Das, was wir miteinander gemeinsam haben, ist unser Gefühl von anderswo.

Saturday, October 3, 2015

Young musicians from Beijing

They are called the Canada Tour Troupe, and they come from the Central Conservatory of Music in Beijing: 中央音乐学院. Last Tuesday evening, I bought a ticket to watch and hear their Chinese Music Soirée in the Theatre at the National Arts Centre; it was Confucius' birthday, in the week of the PRC's National Day and Moon Festival. The Chinese Ambassador was present and among the large audience, hearing the voices and seeing the faces, I almost felt as if I were back in Beijing.

First came four young ladies with long black hair, wearing turquoise, orange, pink and mauve, a yangqin quartet. These are Ming Dynasty instruments, Chinese dulcimers, we were told, laid on wooden boxes, varnished red and inlaid with golden dragons. The yangqin is played with two sticks, like a xylophone. The music was jazzy and syncopated. Then followed a sequence of four solos, for piano, for the pipa (a sort of wooden lute, a more ancient instrument), for the yangqin again (the pianist accompanying) and for a young baritone. His chosen aria, "The Mighty River Flows Eastward," was sung in Chinese, but sounded awfully like Russian romantic opera. I think he'd been listening to Dmitri Hvorostovsky. The instrumentalists were virtuoso performers who had won prestigious awards.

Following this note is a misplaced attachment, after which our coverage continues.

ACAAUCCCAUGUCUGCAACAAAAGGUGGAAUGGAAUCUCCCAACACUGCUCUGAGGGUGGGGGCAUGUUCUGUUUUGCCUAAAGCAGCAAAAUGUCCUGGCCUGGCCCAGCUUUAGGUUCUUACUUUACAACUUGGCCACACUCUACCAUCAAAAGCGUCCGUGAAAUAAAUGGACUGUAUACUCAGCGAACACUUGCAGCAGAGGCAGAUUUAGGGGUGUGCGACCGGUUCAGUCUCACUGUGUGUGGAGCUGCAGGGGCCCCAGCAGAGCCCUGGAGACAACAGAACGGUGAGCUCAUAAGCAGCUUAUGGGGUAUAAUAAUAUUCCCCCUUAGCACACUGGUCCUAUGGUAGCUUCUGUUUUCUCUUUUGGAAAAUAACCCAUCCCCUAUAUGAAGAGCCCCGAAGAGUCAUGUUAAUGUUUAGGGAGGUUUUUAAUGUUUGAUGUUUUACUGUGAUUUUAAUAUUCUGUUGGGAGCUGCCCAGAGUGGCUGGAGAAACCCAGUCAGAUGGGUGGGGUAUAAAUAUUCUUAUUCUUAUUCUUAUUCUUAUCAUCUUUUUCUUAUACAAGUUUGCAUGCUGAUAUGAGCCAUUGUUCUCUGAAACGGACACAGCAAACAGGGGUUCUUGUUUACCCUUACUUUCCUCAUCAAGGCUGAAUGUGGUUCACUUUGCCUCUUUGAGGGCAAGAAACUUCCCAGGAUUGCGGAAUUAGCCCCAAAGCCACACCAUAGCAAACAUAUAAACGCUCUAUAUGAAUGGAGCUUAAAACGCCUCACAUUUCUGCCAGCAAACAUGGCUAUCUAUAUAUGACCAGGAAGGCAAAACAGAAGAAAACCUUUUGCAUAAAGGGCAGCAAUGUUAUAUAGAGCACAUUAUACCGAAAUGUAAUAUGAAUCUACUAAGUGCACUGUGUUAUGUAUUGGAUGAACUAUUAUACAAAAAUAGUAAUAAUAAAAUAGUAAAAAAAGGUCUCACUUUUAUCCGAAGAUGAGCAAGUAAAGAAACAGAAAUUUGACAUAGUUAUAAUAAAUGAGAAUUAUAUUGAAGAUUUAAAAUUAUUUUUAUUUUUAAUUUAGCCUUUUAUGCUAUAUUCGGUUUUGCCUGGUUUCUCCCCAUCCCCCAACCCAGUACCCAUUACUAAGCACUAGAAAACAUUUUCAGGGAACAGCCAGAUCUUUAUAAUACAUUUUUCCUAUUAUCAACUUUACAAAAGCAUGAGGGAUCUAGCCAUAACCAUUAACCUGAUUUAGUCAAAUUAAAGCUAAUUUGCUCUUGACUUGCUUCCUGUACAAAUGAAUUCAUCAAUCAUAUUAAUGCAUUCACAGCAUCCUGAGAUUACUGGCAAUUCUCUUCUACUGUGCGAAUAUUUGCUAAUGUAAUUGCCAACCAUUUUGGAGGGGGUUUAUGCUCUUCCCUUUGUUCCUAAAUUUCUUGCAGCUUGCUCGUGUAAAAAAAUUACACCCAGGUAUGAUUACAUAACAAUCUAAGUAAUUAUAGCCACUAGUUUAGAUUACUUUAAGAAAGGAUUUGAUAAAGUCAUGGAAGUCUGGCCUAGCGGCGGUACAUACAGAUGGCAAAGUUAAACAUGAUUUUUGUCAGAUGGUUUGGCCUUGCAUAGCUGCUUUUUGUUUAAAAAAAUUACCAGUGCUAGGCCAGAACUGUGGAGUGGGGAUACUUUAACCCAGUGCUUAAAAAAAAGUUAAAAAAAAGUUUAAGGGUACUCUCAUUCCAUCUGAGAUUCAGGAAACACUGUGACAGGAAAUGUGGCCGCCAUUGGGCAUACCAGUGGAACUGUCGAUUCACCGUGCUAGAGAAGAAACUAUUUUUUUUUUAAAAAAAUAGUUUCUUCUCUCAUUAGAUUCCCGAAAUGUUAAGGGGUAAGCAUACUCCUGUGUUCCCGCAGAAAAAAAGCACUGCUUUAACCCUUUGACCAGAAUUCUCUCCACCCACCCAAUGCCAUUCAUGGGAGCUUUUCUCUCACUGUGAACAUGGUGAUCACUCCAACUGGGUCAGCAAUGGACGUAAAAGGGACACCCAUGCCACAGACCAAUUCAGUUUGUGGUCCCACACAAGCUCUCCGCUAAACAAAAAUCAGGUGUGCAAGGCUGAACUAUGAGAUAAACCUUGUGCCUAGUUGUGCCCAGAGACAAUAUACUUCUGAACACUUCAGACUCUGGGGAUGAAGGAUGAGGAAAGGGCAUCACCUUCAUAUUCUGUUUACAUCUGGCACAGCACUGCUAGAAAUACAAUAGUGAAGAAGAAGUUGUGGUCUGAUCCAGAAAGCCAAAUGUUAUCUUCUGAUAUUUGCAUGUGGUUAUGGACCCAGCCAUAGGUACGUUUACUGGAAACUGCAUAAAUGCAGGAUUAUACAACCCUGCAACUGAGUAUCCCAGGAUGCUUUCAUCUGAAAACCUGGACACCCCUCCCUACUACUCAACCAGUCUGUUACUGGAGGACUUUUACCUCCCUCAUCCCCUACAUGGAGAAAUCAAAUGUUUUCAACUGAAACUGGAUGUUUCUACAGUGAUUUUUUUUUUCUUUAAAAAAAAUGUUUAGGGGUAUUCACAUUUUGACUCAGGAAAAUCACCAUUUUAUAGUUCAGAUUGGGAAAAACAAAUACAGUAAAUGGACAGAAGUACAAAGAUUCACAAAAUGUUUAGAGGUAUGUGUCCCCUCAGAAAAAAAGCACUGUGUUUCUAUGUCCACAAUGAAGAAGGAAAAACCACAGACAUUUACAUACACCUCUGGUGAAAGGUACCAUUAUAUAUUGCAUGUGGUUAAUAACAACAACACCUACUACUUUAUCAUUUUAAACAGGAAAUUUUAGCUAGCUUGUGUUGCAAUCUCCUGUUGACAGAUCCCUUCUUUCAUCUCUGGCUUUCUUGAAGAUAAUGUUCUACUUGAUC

Chosen members of the audience were invited on stage to try playing the pipa and the yangqin, obviously too difficult, but they received prizes of miniature instruments to take home. Then four staff members of the Beijing conservatory played a piece called "Spring of Mount Tianshan", the melody line being held by the flute player, on a bamboo flute held vertically like a recorder. The others played the piano, pipa and yangqin, again.

After the intermission came what I think was the most beautiful item on the program, a "Bows and Strings Dance" for an erhu quartet. It doesn't seem far removed from modern, western string quartet music, although interestingly there is no apparent hierarchy among the players, since each instrument has the same pitch range. The bows are held like double bass bows, fitting inside the instrument's two strings. This quartet was beautiful to watch as well, the four girls who played wearing long, Grecian style, white robes. They held their instruments upright on their knees, and sitting on the front row I appreciated the graceful way they swayed to the music, and the changing expressions on their young faces.